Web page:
Letter: Why won’t the council listen to people?

Horrified at state of some of Scarborough's streets caused by seagulls.

Horrified at state of some of Scarborough's streets caused by seagulls.

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I am horrified to see the state of some streets in Scarborough caused by seagulls. It also makes me angry and frustrated.

Two years ago I wrote to the then MP for the Environment Owen Patterson concerning the issue we have with seagulls in Scarborough.

I also started an e-petition asking the government to seriously take into consideration the Health and Safety issues caused by this situation.

Firstly I received a letter from Defra informing me that “all wild birds are protected under the Wildlife and Countryside Act 1981; under this Act birds cannot be taken or killed, nor their eggs or nests [when in use or being built] be taken or destroyed except under licence!

It is that last phrase which was very interesting.

When, in the letter from Defra it advised me to look at Natural England’s publications, I discovered that in their paper entitled Rural Development Service Technical Advice Note 13 entitled ‘Birds and their control in non-agricultural environments’ it clearly states, under the section Legal Aspects, “Defra issues a number of general licences...Feral pigeons, herring gulls and lesser backed gulls are among the species listed on the general licences permitting action to be taken for the purposes of...preserving public health and safety.”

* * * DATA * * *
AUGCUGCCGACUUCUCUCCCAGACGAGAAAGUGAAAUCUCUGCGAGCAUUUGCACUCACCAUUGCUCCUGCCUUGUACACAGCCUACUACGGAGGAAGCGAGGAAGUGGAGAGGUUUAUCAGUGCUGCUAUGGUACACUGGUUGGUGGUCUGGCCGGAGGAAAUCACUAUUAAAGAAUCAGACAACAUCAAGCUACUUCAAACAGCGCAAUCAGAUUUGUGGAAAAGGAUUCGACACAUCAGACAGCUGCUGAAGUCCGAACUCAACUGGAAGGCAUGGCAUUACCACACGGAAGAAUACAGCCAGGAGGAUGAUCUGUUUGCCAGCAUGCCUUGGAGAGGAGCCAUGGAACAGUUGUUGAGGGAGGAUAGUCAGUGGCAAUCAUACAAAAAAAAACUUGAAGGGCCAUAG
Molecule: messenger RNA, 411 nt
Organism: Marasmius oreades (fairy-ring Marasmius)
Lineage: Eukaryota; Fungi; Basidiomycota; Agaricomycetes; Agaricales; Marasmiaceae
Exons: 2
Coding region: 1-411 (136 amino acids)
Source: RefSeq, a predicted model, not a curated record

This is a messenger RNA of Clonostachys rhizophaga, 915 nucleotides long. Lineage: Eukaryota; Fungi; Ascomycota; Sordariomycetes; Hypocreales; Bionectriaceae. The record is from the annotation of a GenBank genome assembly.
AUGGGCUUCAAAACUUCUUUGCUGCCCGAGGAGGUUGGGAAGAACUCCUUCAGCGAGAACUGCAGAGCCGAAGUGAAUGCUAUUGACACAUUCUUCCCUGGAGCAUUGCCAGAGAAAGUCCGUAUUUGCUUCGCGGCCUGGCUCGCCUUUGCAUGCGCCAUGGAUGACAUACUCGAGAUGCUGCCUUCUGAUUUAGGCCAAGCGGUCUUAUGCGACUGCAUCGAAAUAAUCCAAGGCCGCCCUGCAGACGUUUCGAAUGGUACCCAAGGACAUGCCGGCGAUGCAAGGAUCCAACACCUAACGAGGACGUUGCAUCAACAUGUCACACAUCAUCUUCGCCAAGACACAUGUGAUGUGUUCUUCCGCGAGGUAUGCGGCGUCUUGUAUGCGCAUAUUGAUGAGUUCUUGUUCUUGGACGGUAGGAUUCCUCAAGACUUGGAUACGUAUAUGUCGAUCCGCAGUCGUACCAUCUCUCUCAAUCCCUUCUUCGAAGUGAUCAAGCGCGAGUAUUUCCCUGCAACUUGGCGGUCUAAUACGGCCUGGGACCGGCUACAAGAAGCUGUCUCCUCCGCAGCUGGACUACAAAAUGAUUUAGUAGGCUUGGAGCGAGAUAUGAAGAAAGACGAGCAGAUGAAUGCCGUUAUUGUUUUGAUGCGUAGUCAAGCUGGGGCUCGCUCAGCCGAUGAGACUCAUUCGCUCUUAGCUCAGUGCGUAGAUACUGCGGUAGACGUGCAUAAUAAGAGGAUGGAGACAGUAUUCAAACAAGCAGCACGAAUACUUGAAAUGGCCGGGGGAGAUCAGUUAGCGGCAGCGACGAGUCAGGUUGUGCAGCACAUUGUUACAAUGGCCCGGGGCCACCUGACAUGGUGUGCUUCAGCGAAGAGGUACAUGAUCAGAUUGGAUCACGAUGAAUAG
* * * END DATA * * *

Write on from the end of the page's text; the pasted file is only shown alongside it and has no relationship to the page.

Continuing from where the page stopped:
Why can’t the council take the above action and apply for a licence?

I attended the seagull conference in that same year and gave all this information to a councillor and asked the council why it didn’t do that.

Their feeble outcome was to provide better refuse sacks for residents living on streets where the refuse lorry couldn’t access. How will that possibly keep the gulls from reproducing year on year eventually ending in someone suing the council for slipping in the gull ridden streets. It beggars belief that that was the outcome of the conference after also being told by various companies who spoke at the conference that culling has to take place for any problem to be eradicated.

I also wrote to local newspapers in seaside towns round Britain including Scarborough asking what their policy was on dealing with seagull problems and guess what? I had no replies except for the Scarborough News writing an article.

I, and thousands like myself, plead with you to take this to Parliament and get whatever law changed.

Please look into obtaining a licence unless we want no visitors to the town at all.

Anne Pitts

Deepdale Avenue

Scarborough